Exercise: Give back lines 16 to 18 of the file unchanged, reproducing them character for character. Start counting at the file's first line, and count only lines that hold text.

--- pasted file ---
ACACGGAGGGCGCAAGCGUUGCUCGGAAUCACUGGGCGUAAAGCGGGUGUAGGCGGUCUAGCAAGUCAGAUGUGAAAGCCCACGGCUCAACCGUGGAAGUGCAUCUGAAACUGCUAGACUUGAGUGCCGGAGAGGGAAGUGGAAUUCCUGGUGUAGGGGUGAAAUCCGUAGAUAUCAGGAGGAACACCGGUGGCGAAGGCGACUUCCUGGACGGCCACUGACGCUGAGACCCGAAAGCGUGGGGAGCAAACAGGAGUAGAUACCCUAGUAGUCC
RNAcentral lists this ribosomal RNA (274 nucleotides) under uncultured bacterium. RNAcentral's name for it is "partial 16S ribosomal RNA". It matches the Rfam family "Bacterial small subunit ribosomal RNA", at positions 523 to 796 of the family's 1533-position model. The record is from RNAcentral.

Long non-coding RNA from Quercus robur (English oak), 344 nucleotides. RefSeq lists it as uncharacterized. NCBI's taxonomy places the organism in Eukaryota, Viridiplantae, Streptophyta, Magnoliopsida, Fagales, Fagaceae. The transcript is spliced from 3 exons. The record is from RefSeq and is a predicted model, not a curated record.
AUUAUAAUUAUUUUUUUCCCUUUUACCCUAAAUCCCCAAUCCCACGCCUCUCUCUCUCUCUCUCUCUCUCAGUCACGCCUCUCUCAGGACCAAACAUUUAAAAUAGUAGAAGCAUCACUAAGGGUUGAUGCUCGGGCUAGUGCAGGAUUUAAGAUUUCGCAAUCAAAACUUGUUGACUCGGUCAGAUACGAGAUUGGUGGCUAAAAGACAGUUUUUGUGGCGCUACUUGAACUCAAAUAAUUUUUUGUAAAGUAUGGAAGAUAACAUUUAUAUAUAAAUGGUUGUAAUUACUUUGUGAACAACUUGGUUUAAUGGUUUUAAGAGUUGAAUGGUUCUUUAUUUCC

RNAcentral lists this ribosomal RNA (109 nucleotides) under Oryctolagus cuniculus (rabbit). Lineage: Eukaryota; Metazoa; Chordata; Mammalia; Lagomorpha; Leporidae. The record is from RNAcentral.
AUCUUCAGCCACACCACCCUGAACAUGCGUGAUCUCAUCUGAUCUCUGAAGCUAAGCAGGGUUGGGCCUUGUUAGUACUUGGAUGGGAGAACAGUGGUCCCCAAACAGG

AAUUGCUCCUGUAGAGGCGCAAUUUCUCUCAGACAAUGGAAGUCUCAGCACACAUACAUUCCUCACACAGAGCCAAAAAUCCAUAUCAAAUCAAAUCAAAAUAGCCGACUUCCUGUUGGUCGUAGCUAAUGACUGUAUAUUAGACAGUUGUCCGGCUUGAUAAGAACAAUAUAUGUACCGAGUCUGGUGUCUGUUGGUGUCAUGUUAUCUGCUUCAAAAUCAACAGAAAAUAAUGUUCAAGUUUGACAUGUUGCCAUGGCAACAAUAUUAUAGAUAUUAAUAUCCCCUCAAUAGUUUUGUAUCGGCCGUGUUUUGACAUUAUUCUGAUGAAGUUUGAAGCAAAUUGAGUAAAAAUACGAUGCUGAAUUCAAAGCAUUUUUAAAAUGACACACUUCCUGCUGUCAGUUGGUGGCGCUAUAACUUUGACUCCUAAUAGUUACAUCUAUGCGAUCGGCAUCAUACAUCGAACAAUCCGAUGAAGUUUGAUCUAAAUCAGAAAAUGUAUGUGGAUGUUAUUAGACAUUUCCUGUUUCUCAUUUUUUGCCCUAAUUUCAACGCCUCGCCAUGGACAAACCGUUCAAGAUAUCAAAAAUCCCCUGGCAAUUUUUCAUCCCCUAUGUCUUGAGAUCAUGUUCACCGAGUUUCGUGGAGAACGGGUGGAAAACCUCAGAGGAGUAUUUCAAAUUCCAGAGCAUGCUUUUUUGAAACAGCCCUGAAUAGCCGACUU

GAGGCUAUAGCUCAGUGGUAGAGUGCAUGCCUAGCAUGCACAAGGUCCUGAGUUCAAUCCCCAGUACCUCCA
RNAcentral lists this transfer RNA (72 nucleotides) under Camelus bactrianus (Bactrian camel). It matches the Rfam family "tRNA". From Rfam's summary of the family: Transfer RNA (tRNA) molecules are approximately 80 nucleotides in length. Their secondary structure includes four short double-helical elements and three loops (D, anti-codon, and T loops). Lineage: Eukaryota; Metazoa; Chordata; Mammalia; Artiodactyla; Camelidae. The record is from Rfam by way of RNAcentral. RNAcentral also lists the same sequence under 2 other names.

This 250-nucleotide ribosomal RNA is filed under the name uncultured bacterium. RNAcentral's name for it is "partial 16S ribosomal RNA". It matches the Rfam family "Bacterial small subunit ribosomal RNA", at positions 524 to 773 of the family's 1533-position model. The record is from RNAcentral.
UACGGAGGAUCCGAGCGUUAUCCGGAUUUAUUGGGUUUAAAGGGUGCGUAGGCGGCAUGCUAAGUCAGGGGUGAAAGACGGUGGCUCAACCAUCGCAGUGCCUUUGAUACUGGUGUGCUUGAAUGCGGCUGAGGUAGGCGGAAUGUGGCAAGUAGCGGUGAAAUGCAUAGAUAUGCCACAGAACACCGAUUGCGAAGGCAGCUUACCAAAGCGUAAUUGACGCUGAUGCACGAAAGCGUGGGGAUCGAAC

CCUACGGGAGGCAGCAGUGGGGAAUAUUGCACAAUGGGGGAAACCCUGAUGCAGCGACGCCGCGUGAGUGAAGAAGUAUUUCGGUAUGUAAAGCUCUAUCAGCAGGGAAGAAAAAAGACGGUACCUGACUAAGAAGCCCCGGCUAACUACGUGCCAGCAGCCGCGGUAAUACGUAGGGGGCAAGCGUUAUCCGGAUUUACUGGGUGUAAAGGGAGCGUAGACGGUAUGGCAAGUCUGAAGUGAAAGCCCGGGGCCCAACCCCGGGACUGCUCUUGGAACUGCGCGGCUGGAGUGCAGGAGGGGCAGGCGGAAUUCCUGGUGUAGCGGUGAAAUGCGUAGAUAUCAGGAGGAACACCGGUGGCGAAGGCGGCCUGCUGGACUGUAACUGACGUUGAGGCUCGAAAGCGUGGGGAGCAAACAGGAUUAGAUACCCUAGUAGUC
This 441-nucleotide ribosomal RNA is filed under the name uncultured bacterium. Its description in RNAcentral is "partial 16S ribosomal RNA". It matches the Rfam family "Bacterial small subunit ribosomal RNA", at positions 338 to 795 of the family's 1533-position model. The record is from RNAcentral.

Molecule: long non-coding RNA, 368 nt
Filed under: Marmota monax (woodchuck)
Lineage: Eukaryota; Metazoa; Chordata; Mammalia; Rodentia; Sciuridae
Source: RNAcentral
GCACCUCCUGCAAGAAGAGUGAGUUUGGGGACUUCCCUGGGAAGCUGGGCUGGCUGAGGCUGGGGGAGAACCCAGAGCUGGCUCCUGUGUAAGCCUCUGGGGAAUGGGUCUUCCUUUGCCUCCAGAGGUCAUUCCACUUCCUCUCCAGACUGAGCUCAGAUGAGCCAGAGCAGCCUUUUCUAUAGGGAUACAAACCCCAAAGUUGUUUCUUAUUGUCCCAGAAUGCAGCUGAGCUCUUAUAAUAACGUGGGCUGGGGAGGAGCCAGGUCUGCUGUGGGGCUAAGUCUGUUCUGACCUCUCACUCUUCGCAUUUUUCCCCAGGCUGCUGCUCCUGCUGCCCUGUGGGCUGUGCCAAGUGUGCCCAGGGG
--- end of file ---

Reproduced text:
Lineage: Eukaryota; Metazoa; Chordata; Mammalia; Rodentia; Sciuridae
Source: RNAcentral
GCACCUCCUGCAAGAAGAGUGAGUUUGGGGACUUCCCUGGGAAGCUGGGCUGGCUGAGGCUGGGGGAGAACCCAGAGCUGGCUCCUGUGUAAGCCUCUGGGGAAUGGGUCUUCCUUUGCCUCCAGAGGUCAUUCCACUUCCUCUCCAGACUGAGCUCAGAUGAGCCAGAGCAGCCUUUUCUAUAGGGAUACAAACCCCAAAGUUGUUUCUUAUUGUCCCAGAAUGCAGCUGAGCUCUUAUAAUAACGUGGGCUGGGGAGGAGCCAGGUCUGCUGUGGGGCUAAGUCUGUUCUGACCUCUCACUCUUCGCAUUUUUCCCCAGGCUGCUGCUCCUGCUGCCCUGUGGGCUGUGCCAAGUGUGCCCAGGGG